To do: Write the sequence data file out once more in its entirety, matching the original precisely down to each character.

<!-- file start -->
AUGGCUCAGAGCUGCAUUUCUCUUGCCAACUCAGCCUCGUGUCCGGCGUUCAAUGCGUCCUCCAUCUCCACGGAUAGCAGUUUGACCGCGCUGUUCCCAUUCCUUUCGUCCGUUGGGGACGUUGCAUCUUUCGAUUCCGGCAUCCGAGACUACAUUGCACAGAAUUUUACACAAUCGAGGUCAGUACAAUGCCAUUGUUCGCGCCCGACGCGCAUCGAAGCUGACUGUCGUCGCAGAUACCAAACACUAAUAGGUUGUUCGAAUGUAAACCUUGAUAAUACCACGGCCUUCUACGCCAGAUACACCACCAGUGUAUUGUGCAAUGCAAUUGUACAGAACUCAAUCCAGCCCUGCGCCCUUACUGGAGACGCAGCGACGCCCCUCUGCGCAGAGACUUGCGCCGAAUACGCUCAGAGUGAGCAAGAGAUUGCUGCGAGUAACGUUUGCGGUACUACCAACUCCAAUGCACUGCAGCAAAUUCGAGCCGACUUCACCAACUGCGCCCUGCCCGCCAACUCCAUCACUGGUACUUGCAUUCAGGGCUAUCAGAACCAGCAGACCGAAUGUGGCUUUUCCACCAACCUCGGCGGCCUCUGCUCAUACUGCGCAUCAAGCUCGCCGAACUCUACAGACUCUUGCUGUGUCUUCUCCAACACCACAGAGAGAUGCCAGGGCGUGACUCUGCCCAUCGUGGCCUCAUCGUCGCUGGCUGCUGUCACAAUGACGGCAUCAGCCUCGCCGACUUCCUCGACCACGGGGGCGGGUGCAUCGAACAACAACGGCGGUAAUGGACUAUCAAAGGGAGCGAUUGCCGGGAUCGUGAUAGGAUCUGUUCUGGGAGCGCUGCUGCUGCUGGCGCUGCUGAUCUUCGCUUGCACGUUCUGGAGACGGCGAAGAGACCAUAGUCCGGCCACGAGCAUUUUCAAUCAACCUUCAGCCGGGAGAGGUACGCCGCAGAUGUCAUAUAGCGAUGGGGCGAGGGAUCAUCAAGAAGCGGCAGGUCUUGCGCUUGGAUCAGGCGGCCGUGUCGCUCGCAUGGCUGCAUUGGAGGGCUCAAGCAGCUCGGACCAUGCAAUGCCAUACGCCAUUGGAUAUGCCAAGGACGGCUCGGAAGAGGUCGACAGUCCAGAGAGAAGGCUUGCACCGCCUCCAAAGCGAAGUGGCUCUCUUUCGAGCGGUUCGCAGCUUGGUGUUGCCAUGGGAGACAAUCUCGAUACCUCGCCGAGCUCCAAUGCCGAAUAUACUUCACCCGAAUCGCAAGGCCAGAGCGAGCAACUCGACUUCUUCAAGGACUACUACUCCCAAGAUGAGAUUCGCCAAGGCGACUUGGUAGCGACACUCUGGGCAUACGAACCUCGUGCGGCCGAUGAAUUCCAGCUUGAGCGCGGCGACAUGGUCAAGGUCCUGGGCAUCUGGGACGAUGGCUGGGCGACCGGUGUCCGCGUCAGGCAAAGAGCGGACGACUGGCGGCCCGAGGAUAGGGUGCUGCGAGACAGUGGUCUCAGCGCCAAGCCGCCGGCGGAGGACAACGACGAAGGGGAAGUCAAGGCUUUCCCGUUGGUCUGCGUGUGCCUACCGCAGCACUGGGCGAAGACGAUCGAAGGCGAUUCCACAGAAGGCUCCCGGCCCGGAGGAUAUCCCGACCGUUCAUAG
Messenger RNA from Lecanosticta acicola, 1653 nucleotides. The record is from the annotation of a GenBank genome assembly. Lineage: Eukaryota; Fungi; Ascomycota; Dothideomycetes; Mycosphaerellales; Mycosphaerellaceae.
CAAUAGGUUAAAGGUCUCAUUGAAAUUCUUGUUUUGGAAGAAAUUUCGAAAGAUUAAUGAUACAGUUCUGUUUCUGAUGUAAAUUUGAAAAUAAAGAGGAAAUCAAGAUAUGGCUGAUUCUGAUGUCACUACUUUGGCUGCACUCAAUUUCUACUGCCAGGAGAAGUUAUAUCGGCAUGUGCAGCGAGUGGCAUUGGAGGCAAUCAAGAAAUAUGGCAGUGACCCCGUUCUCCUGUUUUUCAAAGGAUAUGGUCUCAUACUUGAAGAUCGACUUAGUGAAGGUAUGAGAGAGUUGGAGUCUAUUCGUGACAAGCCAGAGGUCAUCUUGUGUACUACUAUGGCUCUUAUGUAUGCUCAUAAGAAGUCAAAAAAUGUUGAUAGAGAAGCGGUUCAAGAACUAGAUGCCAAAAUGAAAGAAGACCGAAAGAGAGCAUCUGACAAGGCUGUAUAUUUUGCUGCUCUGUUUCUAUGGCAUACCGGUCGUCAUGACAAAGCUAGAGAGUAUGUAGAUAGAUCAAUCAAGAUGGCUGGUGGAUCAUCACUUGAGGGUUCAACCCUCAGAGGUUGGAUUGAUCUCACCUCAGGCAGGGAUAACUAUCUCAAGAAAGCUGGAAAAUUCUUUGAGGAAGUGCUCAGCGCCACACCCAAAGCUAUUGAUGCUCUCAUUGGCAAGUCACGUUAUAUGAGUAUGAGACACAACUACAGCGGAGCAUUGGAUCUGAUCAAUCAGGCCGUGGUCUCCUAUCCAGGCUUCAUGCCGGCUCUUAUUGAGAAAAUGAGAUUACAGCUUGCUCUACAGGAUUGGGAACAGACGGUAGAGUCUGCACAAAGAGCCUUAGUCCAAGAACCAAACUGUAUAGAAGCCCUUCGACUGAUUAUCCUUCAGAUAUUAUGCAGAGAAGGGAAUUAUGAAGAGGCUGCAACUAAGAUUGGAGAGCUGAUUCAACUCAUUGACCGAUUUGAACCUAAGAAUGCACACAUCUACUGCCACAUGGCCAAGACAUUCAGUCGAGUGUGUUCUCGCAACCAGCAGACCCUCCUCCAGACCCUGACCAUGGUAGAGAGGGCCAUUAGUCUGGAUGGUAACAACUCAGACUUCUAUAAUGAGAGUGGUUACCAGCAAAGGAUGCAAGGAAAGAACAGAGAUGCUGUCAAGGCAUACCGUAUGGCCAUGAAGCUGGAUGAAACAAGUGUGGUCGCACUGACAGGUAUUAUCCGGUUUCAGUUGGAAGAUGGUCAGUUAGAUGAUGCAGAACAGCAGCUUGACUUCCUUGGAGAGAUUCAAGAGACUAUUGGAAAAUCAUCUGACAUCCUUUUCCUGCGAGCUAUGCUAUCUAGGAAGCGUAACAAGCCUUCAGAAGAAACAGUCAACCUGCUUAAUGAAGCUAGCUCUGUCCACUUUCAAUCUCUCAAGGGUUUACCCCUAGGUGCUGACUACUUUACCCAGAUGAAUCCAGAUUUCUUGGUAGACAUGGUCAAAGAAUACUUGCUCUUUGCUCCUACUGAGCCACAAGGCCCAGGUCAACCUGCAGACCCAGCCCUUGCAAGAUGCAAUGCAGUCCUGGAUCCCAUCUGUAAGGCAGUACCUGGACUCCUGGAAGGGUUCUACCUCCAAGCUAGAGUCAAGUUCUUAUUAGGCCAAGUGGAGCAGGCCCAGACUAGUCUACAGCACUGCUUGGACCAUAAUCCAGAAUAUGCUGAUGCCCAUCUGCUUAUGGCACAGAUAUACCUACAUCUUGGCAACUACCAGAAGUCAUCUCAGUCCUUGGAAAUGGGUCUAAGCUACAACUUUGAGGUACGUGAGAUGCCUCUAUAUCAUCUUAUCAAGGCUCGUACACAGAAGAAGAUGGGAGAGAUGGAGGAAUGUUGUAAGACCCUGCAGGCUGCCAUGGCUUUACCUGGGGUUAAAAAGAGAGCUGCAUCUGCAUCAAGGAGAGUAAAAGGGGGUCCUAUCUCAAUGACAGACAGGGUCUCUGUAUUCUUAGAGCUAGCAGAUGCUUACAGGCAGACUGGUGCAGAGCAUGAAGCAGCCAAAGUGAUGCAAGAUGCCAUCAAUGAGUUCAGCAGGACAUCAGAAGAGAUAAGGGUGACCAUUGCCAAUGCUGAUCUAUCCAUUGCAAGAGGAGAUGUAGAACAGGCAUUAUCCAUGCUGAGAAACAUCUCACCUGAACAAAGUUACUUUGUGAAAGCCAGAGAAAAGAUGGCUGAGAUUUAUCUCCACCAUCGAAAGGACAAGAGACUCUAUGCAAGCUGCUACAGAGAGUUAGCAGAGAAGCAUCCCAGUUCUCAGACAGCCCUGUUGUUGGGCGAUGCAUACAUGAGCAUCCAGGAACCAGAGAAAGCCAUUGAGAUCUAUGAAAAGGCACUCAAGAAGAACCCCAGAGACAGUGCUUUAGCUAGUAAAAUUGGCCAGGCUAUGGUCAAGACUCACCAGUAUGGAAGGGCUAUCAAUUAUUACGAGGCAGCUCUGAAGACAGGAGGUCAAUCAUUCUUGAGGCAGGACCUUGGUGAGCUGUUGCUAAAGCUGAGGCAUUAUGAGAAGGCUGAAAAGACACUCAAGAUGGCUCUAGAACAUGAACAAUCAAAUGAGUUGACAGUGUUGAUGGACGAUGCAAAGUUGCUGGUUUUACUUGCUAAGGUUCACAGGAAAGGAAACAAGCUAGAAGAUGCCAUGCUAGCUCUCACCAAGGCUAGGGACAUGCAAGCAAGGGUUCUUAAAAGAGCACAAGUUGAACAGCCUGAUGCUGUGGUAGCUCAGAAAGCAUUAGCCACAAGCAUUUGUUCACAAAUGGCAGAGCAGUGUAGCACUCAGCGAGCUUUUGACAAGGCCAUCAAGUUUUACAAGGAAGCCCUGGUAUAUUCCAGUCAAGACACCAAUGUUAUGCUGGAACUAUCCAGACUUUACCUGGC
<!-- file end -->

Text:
AUGGCUCAGAGCUGCAUUUCUCUUGCCAACUCAGCCUCGUGUCCGGCGUUCAAUGCGUCCUCCAUCUCCACGGAUAGCAGUUUGACCGCGCUGUUCCCAUUCCUUUCGUCCGUUGGGGACGUUGCAUCUUUCGAUUCCGGCAUCCGAGACUACAUUGCACAGAAUUUUACACAAUCGAGGUCAGUACAAUGCCAUUGUUCGCGCCCGACGCGCAUCGAAGCUGACUGUCGUCGCAGAUACCAAACACUAAUAGGUUGUUCGAAUGUAAACCUUGAUAAUACCACGGCCUUCUACGCCAGAUACACCACCAGUGUAUUGUGCAAUGCAAUUGUACAGAACUCAAUCCAGCCCUGCGCCCUUACUGGAGACGCAGCGACGCCCCUCUGCGCAGAGACUUGCGCCGAAUACGCUCAGAGUGAGCAAGAGAUUGCUGCGAGUAACGUUUGCGGUACUACCAACUCCAAUGCACUGCAGCAAAUUCGAGCCGACUUCACCAACUGCGCCCUGCCCGCCAACUCCAUCACUGGUACUUGCAUUCAGGGCUAUCAGAACCAGCAGACCGAAUGUGGCUUUUCCACCAACCUCGGCGGCCUCUGCUCAUACUGCGCAUCAAGCUCGCCGAACUCUACAGACUCUUGCUGUGUCUUCUCCAACACCACAGAGAGAUGCCAGGGCGUGACUCUGCCCAUCGUGGCCUCAUCGUCGCUGGCUGCUGUCACAAUGACGGCAUCAGCCUCGCCGACUUCCUCGACCACGGGGGCGGGUGCAUCGAACAACAACGGCGGUAAUGGACUAUCAAAGGGAGCGAUUGCCGGGAUCGUGAUAGGAUCUGUUCUGGGAGCGCUGCUGCUGCUGGCGCUGCUGAUCUUCGCUUGCACGUUCUGGAGACGGCGAAGAGACCAUAGUCCGGCCACGAGCAUUUUCAAUCAACCUUCAGCCGGGAGAGGUACGCCGCAGAUGUCAUAUAGCGAUGGGGCGAGGGAUCAUCAAGAAGCGGCAGGUCUUGCGCUUGGAUCAGGCGGCCGUGUCGCUCGCAUGGCUGCAUUGGAGGGCUCAAGCAGCUCGGACCAUGCAAUGCCAUACGCCAUUGGAUAUGCCAAGGACGGCUCGGAAGAGGUCGACAGUCCAGAGAGAAGGCUUGCACCGCCUCCAAAGCGAAGUGGCUCUCUUUCGAGCGGUUCGCAGCUUGGUGUUGCCAUGGGAGACAAUCUCGAUACCUCGCCGAGCUCCAAUGCCGAAUAUACUUCACCCGAAUCGCAAGGCCAGAGCGAGCAACUCGACUUCUUCAAGGACUACUACUCCCAAGAUGAGAUUCGCCAAGGCGACUUGGUAGCGACACUCUGGGCAUACGAACCUCGUGCGGCCGAUGAAUUCCAGCUUGAGCGCGGCGACAUGGUCAAGGUCCUGGGCAUCUGGGACGAUGGCUGGGCGACCGGUGUCCGCGUCAGGCAAAGAGCGGACGACUGGCGGCCCGAGGAUAGGGUGCUGCGAGACAGUGGUCUCAGCGCCAAGCCGCCGGCGGAGGACAACGACGAAGGGGAAGUCAAGGCUUUCCCGUUGGUCUGCGUGUGCCUACCGCAGCACUGGGCGAAGACGAUCGAAGGCGAUUCCACAGAAGGCUCCCGGCCCGGAGGAUAUCCCGACCGUUCAUAG
Messenger RNA from Lecanosticta acicola, 1653 nucleotides. The record is from the annotation of a GenBank genome assembly. Lineage: Eukaryota; Fungi; Ascomycota; Dothideomycetes; Mycosphaerellales; Mycosphaerellaceae.
CAAUAGGUUAAAGGUCUCAUUGAAAUUCUUGUUUUGGAAGAAAUUUCGAAAGAUUAAUGAUACAGUUCUGUUUCUGAUGUAAAUUUGAAAAUAAAGAGGAAAUCAAGAUAUGGCUGAUUCUGAUGUCACUACUUUGGCUGCACUCAAUUUCUACUGCCAGGAGAAGUUAUAUCGGCAUGUGCAGCGAGUGGCAUUGGAGGCAAUCAAGAAAUAUGGCAGUGACCCCGUUCUCCUGUUUUUCAAAGGAUAUGGUCUCAUACUUGAAGAUCGACUUAGUGAAGGUAUGAGAGAGUUGGAGUCUAUUCGUGACAAGCCAGAGGUCAUCUUGUGUACUACUAUGGCUCUUAUGUAUGCUCAUAAGAAGUCAAAAAAUGUUGAUAGAGAAGCGGUUCAAGAACUAGAUGCCAAAAUGAAAGAAGACCGAAAGAGAGCAUCUGACAAGGCUGUAUAUUUUGCUGCUCUGUUUCUAUGGCAUACCGGUCGUCAUGACAAAGCUAGAGAGUAUGUAGAUAGAUCAAUCAAGAUGGCUGGUGGAUCAUCACUUGAGGGUUCAACCCUCAGAGGUUGGAUUGAUCUCACCUCAGGCAGGGAUAACUAUCUCAAGAAAGCUGGAAAAUUCUUUGAGGAAGUGCUCAGCGCCACACCCAAAGCUAUUGAUGCUCUCAUUGGCAAGUCACGUUAUAUGAGUAUGAGACACAACUACAGCGGAGCAUUGGAUCUGAUCAAUCAGGCCGUGGUCUCCUAUCCAGGCUUCAUGCCGGCUCUUAUUGAGAAAAUGAGAUUACAGCUUGCUCUACAGGAUUGGGAACAGACGGUAGAGUCUGCACAAAGAGCCUUAGUCCAAGAACCAAACUGUAUAGAAGCCCUUCGACUGAUUAUCCUUCAGAUAUUAUGCAGAGAAGGGAAUUAUGAAGAGGCUGCAACUAAGAUUGGAGAGCUGAUUCAACUCAUUGACCGAUUUGAACCUAAGAAUGCACACAUCUACUGCCACAUGGCCAAGACAUUCAGUCGAGUGUGUUCUCGCAACCAGCAGACCCUCCUCCAGACCCUGACCAUGGUAGAGAGGGCCAUUAGUCUGGAUGGUAACAACUCAGACUUCUAUAAUGAGAGUGGUUACCAGCAAAGGAUGCAAGGAAAGAACAGAGAUGCUGUCAAGGCAUACCGUAUGGCCAUGAAGCUGGAUGAAACAAGUGUGGUCGCACUGACAGGUAUUAUCCGGUUUCAGUUGGAAGAUGGUCAGUUAGAUGAUGCAGAACAGCAGCUUGACUUCCUUGGAGAGAUUCAAGAGACUAUUGGAAAAUCAUCUGACAUCCUUUUCCUGCGAGCUAUGCUAUCUAGGAAGCGUAACAAGCCUUCAGAAGAAACAGUCAACCUGCUUAAUGAAGCUAGCUCUGUCCACUUUCAAUCUCUCAAGGGUUUACCCCUAGGUGCUGACUACUUUACCCAGAUGAAUCCAGAUUUCUUGGUAGACAUGGUCAAAGAAUACUUGCUCUUUGCUCCUACUGAGCCACAAGGCCCAGGUCAACCUGCAGACCCAGCCCUUGCAAGAUGCAAUGCAGUCCUGGAUCCCAUCUGUAAGGCAGUACCUGGACUCCUGGAAGGGUUCUACCUCCAAGCUAGAGUCAAGUUCUUAUUAGGCCAAGUGGAGCAGGCCCAGACUAGUCUACAGCACUGCUUGGACCAUAAUCCAGAAUAUGCUGAUGCCCAUCUGCUUAUGGCACAGAUAUACCUACAUCUUGGCAACUACCAGAAGUCAUCUCAGUCCUUGGAAAUGGGUCUAAGCUACAACUUUGAGGUACGUGAGAUGCCUCUAUAUCAUCUUAUCAAGGCUCGUACACAGAAGAAGAUGGGAGAGAUGGAGGAAUGUUGUAAGACCCUGCAGGCUGCCAUGGCUUUACCUGGGGUUAAAAAGAGAGCUGCAUCUGCAUCAAGGAGAGUAAAAGGGGGUCCUAUCUCAAUGACAGACAGGGUCUCUGUAUUCUUAGAGCUAGCAGAUGCUUACAGGCAGACUGGUGCAGAGCAUGAAGCAGCCAAAGUGAUGCAAGAUGCCAUCAAUGAGUUCAGCAGGACAUCAGAAGAGAUAAGGGUGACCAUUGCCAAUGCUGAUCUAUCCAUUGCAAGAGGAGAUGUAGAACAGGCAUUAUCCAUGCUGAGAAACAUCUCACCUGAACAAAGUUACUUUGUGAAAGCCAGAGAAAAGAUGGCUGAGAUUUAUCUCCACCAUCGAAAGGACAAGAGACUCUAUGCAAGCUGCUACAGAGAGUUAGCAGAGAAGCAUCCCAGUUCUCAGACAGCCCUGUUGUUGGGCGAUGCAUACAUGAGCAUCCAGGAACCAGAGAAAGCCAUUGAGAUCUAUGAAAAGGCACUCAAGAAGAACCCCAGAGACAGUGCUUUAGCUAGUAAAAUUGGCCAGGCUAUGGUCAAGACUCACCAGUAUGGAAGGGCUAUCAAUUAUUACGAGGCAGCUCUGAAGACAGGAGGUCAAUCAUUCUUGAGGCAGGACCUUGGUGAGCUGUUGCUAAAGCUGAGGCAUUAUGAGAAGGCUGAAAAGACACUCAAGAUGGCUCUAGAACAUGAACAAUCAAAUGAGUUGACAGUGUUGAUGGACGAUGCAAAGUUGCUGGUUUUACUUGCUAAGGUUCACAGGAAAGGAAACAAGCUAGAAGAUGCCAUGCUAGCUCUCACCAAGGCUAGGGACAUGCAAGCAAGGGUUCUUAAAAGAGCACAAGUUGAACAGCCUGAUGCUGUGGUAGCUCAGAAAGCAUUAGCCACAAGCAUUUGUUCACAAAUGGCAGAGCAGUGUAGCACUCAGCGAGCUUUUGACAAGGCCAUCAAGUUUUACAAGGAAGCCCUGGUAUAUUCCAGUCAAGACACCAAUGUUAUGCUGGAACUAUCCAGACUUUACCUGGC